Day 1 of The Civil War – 1861 and Other History

April 12th, 2007 by xformed

The tensions finally rose to the point of exchanging cannon shot on this day in 1861, when artillery batteries on Morris Island (which is not much more than a sandbar, manned by Cadets from The Citadel, led by Cadets Hainesworth and Pickens, fired on a supply ship, the Star of the West, that was entering Charleston Harbor to bring supplies to the Union troops at Ft Sumter.

The troops had all consolidated into Ft Sumter, having abandoned both Ft Johnson (on the SW entrance of the harbor) and Ft Moultrie (on the NE side). More info on this “opening day” is posted at Eagle Speak.

Star of the West Monument

Star of the West Monument at The Citadel
There is plenty of history in the epic struggle our country faced so many years ago, yet as I checked the Citadel’s for some history, one of the first links came up as the Star of the West Monument, and a listing of the cadets who have won the Star of the West award for the Corps best drilled cadet each academic year.The competition an elimination of hundreds who try out and the winners are truly excellent at drilling with a weapon, in those days, it was the M-14 rifle that was the standard issue weapon for us. To see the concentration and precision of these men was remarkable.Besides my classmate being there, the 1972 award went to “A.D. Griffin.” Who was this man? “Dave” Griffin, ’74, graduated with a commission as an Ensign in the US Navy. He left Charleston and headed to Basic Underwater Demolition School (BUDS), he became a SEAL, later commanding the East Coast Parachute Demonstration Team, the “Chuting Stars,” before transferring to Naval Aviation and becoming an F-14 Tomcat pilot. Dave is no longer with us, as he died in a crash while returning from a night exercise over North Carolina. I understand they thought it was a case of vertigo, and the plane crashed in Back Bay, Virginia Beach, making recovery of the airframe from the boggy area exceptionally difficult.While at The Citadel, Dave was a larger than life character, tough as nails, with an air of terminal seriousness about him. He had been a member of the Junior Sword Drill, the Summerall Guards, and ran from the campus out to the Citadel beach house on Isle of Palms when he was bored (about 20 miles). I heard he was also the first person to max out the score on the pre-BUDS test for any colleges in the South East part of the country.

The Junior Sword Drill team was one that you didn’t get on without 14 nights of running, push ups, sweating out most of the liquid in your body, but having to keep showing you were learning the drill routine and ignoring the sore muscles and sheer exhaustion. That process of qualifying is now long gone, due to a few who took advantage of the trying out the following year by some serious hazing incidents. Like so many other things, the few ruined it for the many. Summerall Guards tryouts were tough, but didn’t approach the level of those who were on the Sword Drill team.

He was on Regimental Staff his senior year and had the reputation of never striking anyone, but if you needed some correction, he PTed you to exhaustion, with him doing it with you most of the time. I don’t recall which company he had come up from, but I believe it was one from 3rd Battalion, which had a reputation for being very military minded companies. 1st and 4th Battalions is where many of the athletes ended up, so there was a distinct difference in philosophies at times on how to do things, but that’s a another long discussion.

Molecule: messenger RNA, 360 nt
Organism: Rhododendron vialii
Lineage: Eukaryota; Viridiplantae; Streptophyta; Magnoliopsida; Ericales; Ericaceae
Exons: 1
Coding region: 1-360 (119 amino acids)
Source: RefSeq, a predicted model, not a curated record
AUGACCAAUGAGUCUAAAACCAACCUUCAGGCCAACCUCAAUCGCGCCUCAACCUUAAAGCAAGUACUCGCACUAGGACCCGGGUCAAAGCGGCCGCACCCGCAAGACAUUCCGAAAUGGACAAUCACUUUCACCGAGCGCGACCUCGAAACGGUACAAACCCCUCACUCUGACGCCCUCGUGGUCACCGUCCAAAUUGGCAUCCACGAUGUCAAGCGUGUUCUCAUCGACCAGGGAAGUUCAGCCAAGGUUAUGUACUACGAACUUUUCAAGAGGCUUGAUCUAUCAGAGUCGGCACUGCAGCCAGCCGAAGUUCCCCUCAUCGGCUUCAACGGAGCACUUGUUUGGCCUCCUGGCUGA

So, I thought I’d take a moment and document some history of Dave Griffin, who had a reputation that he could back up. I’ll also say I was disappointed when he got command of the Chuting Stars, with 7 jumps (all static line military) behind him to run a freefall exhibition team. I had over 200 freefalls at the time, but he had a qualification I could not achieve: Special Warfare. He broke his leg on his first jump with his new team, trying out his “square” canopy, and had a cast on for four months of his 12 month assignment

Citadel Cadets have had the history of the opening battle of the Civil War drilled deep within them by using the threat of not getting anything to eat if you didn’t know your “mess facts.” Maybe that’s why it has stuck with me all these years, but I will say I missed few meals for a Cadet dating my sister gave me a few bits of wisdom to chew on the summer before my arrival at the North Sally Port of Padgett-Thomas Barracks.

As far as my knowledge of Dave the upperclassman: I knew to stay out of his field of view, and obviously, he was well known on Campus.

Tracked back @: Eagle Speak

This entry was posted on Thursday, April 12th, 2007 at 9:23 am and is filed under History, Military, Military History, Navy. You can follow any responses to this entry through the RSS 2.0 feed. Both comments and pings are currently closed.

2 responses about “Day 1 of The Civil War – 1861 and Other History”

  1. Steeljaw Scribe said:

    Lucky me — my cadre Corporal was the Star of the West winner his knob year… 🙁
    – SJS

  2. Warren C Powell, Jr said:

    Dave Griffin was from R Company, 4th Battalion and was my classmate. Most of Dave’s accomplishments in the service were classified but in any event, he would not be comfortable receiving accolades as he believed he was only doing his job. He was a good friend. Our country suffered a great loss when he died. W. Powell, Class of 1974

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